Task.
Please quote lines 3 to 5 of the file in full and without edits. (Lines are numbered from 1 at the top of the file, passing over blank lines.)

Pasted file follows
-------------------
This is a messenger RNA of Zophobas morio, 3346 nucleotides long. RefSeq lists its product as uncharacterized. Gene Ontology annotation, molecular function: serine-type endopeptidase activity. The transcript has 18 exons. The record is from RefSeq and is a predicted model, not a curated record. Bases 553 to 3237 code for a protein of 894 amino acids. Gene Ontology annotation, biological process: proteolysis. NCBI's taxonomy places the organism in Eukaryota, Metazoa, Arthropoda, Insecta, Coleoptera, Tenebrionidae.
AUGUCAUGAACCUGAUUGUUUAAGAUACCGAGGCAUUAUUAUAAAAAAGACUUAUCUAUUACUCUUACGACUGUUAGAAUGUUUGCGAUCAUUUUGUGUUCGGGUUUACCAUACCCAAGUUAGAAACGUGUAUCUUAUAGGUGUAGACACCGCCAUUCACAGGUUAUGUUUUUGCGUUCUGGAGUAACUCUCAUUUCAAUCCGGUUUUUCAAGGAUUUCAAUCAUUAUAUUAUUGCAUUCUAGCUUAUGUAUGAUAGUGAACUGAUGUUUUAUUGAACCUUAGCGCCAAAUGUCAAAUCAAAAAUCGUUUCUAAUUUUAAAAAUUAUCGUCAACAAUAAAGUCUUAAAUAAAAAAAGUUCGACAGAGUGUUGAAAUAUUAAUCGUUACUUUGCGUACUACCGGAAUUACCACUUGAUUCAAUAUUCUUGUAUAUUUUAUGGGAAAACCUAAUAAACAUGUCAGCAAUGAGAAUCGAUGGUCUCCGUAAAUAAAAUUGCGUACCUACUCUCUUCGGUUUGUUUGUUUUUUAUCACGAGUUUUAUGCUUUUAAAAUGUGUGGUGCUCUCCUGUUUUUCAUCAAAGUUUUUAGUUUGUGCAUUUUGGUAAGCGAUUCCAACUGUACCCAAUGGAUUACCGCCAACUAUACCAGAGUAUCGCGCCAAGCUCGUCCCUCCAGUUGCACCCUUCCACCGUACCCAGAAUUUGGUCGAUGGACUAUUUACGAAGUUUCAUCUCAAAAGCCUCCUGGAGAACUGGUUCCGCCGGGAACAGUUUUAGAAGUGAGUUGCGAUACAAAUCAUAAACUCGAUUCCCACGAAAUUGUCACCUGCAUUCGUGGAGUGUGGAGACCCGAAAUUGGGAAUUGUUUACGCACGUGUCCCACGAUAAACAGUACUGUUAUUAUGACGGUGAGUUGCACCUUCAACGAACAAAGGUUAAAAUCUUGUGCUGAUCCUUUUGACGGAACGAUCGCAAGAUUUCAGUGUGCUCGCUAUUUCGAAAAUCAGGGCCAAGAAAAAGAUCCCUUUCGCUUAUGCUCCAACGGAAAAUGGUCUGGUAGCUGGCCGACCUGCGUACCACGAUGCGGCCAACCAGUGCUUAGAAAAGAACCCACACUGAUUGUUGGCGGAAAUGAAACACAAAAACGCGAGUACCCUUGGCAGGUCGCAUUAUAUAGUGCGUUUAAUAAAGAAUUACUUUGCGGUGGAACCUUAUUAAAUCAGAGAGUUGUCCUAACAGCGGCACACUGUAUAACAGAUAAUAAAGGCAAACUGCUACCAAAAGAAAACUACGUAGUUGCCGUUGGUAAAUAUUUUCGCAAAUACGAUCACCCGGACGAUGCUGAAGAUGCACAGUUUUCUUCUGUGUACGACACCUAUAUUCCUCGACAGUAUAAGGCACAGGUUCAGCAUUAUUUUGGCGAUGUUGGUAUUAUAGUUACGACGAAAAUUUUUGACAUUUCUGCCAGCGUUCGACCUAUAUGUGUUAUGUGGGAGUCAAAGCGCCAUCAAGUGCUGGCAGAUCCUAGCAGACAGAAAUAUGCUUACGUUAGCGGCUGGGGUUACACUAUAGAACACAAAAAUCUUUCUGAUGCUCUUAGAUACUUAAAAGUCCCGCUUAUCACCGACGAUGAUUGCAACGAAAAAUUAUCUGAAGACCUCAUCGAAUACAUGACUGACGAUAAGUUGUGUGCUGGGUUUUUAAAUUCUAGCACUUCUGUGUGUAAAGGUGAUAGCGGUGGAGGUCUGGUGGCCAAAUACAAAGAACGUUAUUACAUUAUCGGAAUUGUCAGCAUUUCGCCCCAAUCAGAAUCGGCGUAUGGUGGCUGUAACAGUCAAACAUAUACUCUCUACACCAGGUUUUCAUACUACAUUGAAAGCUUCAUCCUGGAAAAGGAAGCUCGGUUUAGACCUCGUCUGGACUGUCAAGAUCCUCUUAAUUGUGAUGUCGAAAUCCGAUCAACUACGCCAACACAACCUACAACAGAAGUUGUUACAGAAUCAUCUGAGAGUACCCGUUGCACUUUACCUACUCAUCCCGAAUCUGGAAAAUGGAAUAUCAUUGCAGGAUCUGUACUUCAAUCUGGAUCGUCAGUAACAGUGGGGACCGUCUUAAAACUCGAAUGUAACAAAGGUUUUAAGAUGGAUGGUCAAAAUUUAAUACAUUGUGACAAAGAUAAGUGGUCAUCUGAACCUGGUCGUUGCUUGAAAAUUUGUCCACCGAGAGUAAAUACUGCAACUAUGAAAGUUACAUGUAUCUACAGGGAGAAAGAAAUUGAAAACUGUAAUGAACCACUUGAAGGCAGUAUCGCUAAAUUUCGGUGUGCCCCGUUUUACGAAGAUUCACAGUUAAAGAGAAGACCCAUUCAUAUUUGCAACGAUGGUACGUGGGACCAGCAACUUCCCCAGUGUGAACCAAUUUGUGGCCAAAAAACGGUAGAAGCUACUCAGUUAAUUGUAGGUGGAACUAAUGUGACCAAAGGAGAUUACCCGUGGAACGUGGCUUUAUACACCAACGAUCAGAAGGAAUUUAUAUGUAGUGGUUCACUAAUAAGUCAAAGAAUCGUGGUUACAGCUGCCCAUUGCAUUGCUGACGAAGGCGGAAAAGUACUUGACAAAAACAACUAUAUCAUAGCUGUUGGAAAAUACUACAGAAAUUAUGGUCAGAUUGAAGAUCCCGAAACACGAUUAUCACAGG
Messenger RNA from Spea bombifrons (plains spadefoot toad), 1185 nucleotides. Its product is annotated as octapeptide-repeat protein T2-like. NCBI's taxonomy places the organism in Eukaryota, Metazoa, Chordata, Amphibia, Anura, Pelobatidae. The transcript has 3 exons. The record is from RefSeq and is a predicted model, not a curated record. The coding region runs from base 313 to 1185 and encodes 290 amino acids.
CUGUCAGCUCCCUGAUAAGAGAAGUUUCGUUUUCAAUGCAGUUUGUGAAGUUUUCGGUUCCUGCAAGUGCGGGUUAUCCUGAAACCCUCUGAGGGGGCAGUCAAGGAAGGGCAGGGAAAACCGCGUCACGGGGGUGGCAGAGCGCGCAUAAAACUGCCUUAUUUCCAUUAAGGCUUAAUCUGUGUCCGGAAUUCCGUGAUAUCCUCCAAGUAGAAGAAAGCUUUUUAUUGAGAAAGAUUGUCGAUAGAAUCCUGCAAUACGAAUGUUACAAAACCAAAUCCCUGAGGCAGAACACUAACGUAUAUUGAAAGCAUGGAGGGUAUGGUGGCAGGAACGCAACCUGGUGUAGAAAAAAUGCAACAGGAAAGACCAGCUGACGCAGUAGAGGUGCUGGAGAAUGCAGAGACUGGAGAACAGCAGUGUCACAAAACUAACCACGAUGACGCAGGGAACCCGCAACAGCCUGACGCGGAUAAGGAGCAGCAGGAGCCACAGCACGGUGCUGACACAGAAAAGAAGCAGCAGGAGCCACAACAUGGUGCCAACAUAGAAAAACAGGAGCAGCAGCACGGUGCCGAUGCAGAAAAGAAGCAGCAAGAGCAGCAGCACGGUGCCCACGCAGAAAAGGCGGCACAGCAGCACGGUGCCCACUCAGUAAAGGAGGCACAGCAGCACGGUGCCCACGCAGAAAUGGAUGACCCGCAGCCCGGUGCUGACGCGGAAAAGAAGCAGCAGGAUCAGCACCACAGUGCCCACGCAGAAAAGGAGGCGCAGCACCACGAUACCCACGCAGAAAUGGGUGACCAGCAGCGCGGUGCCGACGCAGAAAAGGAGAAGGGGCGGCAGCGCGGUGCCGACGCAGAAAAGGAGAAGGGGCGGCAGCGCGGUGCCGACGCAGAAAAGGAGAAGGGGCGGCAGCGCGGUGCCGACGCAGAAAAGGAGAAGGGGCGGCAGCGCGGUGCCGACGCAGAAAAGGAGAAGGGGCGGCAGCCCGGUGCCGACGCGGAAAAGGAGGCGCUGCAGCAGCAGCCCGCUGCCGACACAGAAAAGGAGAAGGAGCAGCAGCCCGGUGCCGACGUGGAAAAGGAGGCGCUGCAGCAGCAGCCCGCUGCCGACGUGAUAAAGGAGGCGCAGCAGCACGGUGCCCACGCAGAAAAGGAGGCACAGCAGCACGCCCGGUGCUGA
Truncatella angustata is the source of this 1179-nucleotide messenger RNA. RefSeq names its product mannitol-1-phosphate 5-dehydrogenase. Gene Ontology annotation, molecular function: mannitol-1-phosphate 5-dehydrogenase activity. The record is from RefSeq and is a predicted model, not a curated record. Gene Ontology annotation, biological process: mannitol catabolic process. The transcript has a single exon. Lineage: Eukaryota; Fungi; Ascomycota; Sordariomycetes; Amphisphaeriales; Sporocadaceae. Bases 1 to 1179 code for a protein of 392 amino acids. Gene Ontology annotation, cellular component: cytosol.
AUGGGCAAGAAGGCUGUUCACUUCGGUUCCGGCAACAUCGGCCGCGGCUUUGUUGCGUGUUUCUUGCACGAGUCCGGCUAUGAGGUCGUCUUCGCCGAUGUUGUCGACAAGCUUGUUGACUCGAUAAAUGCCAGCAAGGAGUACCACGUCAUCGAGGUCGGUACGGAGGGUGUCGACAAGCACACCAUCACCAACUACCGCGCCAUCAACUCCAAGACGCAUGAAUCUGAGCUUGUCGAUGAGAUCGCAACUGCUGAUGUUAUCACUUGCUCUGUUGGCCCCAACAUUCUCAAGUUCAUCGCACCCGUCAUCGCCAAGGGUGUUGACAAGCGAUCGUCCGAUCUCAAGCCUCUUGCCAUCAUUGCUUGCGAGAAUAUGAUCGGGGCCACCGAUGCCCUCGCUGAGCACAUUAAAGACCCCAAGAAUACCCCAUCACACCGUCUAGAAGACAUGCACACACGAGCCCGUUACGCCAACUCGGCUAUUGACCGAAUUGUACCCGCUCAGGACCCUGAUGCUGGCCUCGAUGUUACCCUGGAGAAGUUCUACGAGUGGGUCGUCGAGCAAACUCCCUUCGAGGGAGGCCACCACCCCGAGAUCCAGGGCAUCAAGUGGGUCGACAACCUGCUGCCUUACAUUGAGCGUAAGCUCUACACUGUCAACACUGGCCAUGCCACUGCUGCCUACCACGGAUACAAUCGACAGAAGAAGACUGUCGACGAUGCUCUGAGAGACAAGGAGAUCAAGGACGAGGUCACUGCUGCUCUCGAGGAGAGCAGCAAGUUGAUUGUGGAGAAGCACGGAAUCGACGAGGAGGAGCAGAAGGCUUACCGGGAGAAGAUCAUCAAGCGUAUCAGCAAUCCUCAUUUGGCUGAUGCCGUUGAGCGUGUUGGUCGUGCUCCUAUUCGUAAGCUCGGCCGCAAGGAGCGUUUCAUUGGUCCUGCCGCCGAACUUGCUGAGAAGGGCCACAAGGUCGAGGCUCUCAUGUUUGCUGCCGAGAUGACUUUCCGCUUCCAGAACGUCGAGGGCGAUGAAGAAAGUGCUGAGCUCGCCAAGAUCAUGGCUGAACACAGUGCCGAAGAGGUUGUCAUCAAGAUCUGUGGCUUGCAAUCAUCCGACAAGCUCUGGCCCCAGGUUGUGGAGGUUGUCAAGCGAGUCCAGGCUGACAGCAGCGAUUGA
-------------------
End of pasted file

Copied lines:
Messenger RNA from Spea bombifrons (plains spadefoot toad), 1185 nucleotides. Its product is annotated as octapeptide-repeat protein T2-like. NCBI's taxonomy places the organism in Eukaryota, Metazoa, Chordata, Amphibia, Anura, Pelobatidae. The transcript has 3 exons. The record is from RefSeq and is a predicted model, not a curated record. The coding region runs from base 313 to 1185 and encodes 290 amino acids.
CUGUCAGCUCCCUGAUAAGAGAAGUUUCGUUUUCAAUGCAGUUUGUGAAGUUUUCGGUUCCUGCAAGUGCGGGUUAUCCUGAAACCCUCUGAGGGGGCAGUCAAGGAAGGGCAGGGAAAACCGCGUCACGGGGGUGGCAGAGCGCGCAUAAAACUGCCUUAUUUCCAUUAAGGCUUAAUCUGUGUCCGGAAUUCCGUGAUAUCCUCCAAGUAGAAGAAAGCUUUUUAUUGAGAAAGAUUGUCGAUAGAAUCCUGCAAUACGAAUGUUACAAAACCAAAUCCCUGAGGCAGAACACUAACGUAUAUUGAAAGCAUGGAGGGUAUGGUGGCAGGAACGCAACCUGGUGUAGAAAAAAUGCAACAGGAAAGACCAGCUGACGCAGUAGAGGUGCUGGAGAAUGCAGAGACUGGAGAACAGCAGUGUCACAAAACUAACCACGAUGACGCAGGGAACCCGCAACAGCCUGACGCGGAUAAGGAGCAGCAGGAGCCACAGCACGGUGCUGACACAGAAAAGAAGCAGCAGGAGCCACAACAUGGUGCCAACAUAGAAAAACAGGAGCAGCAGCACGGUGCCGAUGCAGAAAAGAAGCAGCAAGAGCAGCAGCACGGUGCCCACGCAGAAAAGGCGGCACAGCAGCACGGUGCCCACUCAGUAAAGGAGGCACAGCAGCACGGUGCCCACGCAGAAAUGGAUGACCCGCAGCCCGGUGCUGACGCGGAAAAGAAGCAGCAGGAUCAGCACCACAGUGCCCACGCAGAAAAGGAGGCGCAGCACCACGAUACCCACGCAGAAAUGGGUGACCAGCAGCGCGGUGCCGACGCAGAAAAGGAGAAGGGGCGGCAGCGCGGUGCCGACGCAGAAAAGGAGAAGGGGCGGCAGCGCGGUGCCGACGCAGAAAAGGAGAAGGGGCGGCAGCGCGGUGCCGACGCAGAAAAGGAGAAGGGGCGGCAGCGCGGUGCCGACGCAGAAAAGGAGAAGGGGCGGCAGCCCGGUGCCGACGCGGAAAAGGAGGCGCUGCAGCAGCAGCCCGCUGCCGACACAGAAAAGGAGAAGGAGCAGCAGCCCGGUGCCGACGUGGAAAAGGAGGCGCUGCAGCAGCAGCCCGCUGCCGACGUGAUAAAGGAGGCGCAGCAGCACGGUGCCCACGCAGAAAAGGAGGCACAGCAGCACGCCCGGUGCUGA
Truncatella angustata is the source of this 1179-nucleotide messenger RNA. RefSeq names its product mannitol-1-phosphate 5-dehydrogenase. Gene Ontology annotation, molecular function: mannitol-1-phosphate 5-dehydrogenase activity. The record is from RefSeq and is a predicted model, not a curated record. Gene Ontology annotation, biological process: mannitol catabolic process. The transcript has a single exon. Lineage: Eukaryota; Fungi; Ascomycota; Sordariomycetes; Amphisphaeriales; Sporocadaceae. Bases 1 to 1179 code for a protein of 392 amino acids. Gene Ontology annotation, cellular component: cytosol.